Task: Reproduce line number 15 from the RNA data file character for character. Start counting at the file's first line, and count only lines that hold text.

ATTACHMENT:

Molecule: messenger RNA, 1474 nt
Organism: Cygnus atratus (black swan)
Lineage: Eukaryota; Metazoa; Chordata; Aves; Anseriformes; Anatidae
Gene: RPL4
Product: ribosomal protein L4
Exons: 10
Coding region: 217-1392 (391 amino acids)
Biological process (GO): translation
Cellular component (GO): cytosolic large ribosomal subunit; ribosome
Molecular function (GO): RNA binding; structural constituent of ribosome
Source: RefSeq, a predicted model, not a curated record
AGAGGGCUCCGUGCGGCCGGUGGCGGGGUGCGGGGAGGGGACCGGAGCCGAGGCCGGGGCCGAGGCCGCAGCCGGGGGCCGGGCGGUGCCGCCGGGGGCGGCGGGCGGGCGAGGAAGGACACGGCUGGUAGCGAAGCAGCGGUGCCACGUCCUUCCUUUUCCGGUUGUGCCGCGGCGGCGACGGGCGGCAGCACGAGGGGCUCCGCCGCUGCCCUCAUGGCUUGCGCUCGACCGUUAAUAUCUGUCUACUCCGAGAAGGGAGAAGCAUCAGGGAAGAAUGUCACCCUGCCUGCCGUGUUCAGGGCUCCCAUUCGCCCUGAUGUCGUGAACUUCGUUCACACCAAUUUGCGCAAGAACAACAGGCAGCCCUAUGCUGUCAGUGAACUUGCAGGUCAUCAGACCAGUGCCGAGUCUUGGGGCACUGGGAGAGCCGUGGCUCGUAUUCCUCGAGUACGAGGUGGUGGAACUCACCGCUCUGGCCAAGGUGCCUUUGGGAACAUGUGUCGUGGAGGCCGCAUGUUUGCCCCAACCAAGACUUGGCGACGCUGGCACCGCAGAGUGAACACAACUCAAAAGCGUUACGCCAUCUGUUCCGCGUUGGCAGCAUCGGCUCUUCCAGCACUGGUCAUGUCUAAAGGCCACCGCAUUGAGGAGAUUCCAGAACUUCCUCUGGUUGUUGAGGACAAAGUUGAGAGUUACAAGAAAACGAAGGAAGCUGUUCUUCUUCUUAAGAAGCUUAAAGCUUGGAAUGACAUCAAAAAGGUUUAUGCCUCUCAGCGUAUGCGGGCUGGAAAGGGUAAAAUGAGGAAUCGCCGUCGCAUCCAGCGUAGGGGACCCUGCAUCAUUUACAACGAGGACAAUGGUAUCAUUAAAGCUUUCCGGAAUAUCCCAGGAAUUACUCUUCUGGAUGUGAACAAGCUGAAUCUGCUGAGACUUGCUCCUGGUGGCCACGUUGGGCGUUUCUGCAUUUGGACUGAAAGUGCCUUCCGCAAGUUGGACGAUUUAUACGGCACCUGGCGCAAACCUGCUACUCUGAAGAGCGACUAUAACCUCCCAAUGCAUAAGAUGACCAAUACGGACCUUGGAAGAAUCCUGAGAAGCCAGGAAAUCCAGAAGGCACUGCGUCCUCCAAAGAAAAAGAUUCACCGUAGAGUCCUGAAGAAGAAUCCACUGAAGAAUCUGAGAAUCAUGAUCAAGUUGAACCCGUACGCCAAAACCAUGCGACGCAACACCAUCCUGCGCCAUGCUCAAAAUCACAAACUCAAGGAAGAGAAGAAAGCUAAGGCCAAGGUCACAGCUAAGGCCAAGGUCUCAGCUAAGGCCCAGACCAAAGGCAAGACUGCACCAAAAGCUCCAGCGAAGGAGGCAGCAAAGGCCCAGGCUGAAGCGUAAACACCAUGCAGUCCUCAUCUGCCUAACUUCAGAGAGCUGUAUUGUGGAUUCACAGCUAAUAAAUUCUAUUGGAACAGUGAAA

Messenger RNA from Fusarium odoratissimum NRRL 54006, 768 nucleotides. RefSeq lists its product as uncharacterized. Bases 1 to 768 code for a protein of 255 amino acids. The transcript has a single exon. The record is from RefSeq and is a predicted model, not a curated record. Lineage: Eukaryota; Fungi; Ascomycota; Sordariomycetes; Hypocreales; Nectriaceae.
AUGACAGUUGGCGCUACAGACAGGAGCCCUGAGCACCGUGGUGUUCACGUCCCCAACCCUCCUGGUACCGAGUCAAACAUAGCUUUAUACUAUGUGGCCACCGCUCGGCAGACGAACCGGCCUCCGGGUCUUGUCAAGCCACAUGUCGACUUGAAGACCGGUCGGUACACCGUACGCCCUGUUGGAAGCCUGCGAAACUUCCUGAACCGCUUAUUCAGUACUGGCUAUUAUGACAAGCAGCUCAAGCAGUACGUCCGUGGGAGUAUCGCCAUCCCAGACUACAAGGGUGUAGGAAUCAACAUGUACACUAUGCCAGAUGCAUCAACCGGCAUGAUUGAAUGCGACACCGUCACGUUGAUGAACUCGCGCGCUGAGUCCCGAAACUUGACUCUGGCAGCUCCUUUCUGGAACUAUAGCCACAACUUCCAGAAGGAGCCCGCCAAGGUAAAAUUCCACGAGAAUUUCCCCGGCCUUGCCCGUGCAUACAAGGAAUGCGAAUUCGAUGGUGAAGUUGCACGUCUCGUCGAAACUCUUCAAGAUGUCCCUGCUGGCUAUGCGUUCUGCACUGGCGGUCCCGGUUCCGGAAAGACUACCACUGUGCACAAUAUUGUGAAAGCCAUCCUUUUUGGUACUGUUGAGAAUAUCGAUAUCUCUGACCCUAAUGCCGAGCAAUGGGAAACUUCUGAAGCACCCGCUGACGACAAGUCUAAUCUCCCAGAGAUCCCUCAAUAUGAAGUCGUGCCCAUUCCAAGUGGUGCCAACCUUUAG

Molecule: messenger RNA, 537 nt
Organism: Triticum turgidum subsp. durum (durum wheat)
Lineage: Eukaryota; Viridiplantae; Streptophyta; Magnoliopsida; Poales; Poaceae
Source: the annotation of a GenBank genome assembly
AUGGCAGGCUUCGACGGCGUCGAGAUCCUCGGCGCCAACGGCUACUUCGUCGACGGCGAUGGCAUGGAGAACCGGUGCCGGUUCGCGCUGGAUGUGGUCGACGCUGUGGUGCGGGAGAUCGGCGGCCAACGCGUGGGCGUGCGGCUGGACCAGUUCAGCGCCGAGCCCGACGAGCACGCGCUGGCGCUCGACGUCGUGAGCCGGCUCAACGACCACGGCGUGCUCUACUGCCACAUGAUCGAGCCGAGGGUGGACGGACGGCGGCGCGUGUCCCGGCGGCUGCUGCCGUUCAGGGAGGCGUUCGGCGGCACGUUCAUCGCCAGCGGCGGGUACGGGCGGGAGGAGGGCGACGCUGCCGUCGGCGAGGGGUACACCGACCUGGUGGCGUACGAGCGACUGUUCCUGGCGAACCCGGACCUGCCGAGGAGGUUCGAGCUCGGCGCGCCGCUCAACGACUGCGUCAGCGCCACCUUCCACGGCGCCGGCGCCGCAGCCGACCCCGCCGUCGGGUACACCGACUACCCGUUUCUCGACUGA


Molecule: messenger RNA, 537 nt